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清華大學統計學研究所
國立清華大學統計學研究所
2016-04-15(五),主講人:Professor Pierre Legendre (Département de sciences biologiques, Université de Montréal, Canada)

清華大學、交通大學

 

統 計 學 研 究 所

 

專 題 演 講


講 題: Is the Mantel test useful for spatial analysis in ecology and genetics?
演講者: Professor Pierre Legendre (Département de sciences biologiques, Université de Montréal, Canada)
時 間: 105年04月15日(星期五)10:40 - 12:10  (上午10:20 - 10:40茶會於統計所821室舉行)
地 點: 綜合三館837室
摘 要:
  1. The Mantel test is widely used in biology, including landscape ecology and genetics, to detect the presence of spatial structures in data or control for spatial correlation in the relationship between two data sets, e.g. community composition and environment. The paper demonstrates that this is an incorrect use of that test.

  2. The null hypothesis of the Mantel test differs from that of a correlation analysis; the statistics computed in the two types of analyses differ. We examine the basic assumptions of the Mantel test in spatial analysis and show that they are not verified in most studies. Finally, we show the consequences, in terms of power, of the mismatch between this assumption and the Mantel testing procedure.

  3. The Mantel test is a test of the absence of relationship (H0) between the values in two dissimilarity matrices, not the independence between two random variables or data tables. A demonstration is provided that the Mantel R2 differs from the R2 of correlation, regression and canonical analysis; these two statistics cannot be reduced to one another. Using simulated data, we show that in spatial analysis, the assumptions of linearity and homoscedasticity of the Mantel test (H1: small values of D1 correspond to small values of D2 and large values of D1 to large values of D2) do not hold in most cases, except when spatial correlation extends over the whole study area; this is a novel contribution to the Mantel debate. Finally, using extensive simulations of spatially correlated data involving different representations of geographic relationships, we show that the power of the Mantel test is always lower than that of Moran’s eigenvector map (MEM) analysis, and that the Mantel R2 is always smaller than in MEM analysis, and uninterpretable (also a novel contribution).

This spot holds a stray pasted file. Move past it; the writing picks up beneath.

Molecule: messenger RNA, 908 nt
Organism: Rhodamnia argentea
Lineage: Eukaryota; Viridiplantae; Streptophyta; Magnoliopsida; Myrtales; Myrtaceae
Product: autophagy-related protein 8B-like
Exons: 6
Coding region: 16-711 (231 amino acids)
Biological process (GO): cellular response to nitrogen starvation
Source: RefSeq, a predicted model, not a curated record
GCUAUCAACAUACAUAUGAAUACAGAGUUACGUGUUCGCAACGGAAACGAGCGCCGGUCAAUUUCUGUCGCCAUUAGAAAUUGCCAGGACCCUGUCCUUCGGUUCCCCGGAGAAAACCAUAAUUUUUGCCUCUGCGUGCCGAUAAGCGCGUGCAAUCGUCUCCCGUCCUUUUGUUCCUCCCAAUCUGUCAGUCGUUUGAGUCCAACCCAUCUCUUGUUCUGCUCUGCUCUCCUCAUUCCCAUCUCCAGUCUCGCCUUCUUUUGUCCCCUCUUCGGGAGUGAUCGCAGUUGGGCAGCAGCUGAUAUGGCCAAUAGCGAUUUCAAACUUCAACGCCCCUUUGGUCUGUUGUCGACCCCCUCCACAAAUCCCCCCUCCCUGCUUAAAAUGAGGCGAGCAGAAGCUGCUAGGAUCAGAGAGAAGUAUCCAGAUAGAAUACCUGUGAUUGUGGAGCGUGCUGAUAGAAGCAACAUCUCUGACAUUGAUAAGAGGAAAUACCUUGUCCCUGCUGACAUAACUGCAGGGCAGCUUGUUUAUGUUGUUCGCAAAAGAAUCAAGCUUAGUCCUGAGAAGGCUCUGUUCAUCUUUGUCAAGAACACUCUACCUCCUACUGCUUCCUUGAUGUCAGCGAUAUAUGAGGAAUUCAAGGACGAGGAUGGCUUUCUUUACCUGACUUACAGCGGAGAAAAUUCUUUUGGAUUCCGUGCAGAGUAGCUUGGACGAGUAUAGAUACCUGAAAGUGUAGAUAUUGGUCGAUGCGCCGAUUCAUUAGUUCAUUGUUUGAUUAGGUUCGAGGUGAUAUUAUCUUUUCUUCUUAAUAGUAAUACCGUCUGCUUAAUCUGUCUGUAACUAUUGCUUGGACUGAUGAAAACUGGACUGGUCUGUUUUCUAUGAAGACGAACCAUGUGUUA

4. Our main conclusion is that Mantel tests should be restricted to questions that, in the domain of application, only concern dissimilarity matrices, and are not derived from questions that can be formulated as the analysis of raw data tables, meaning the vectors and matrices from which one can compute dissimilarity or distance matrices.

 

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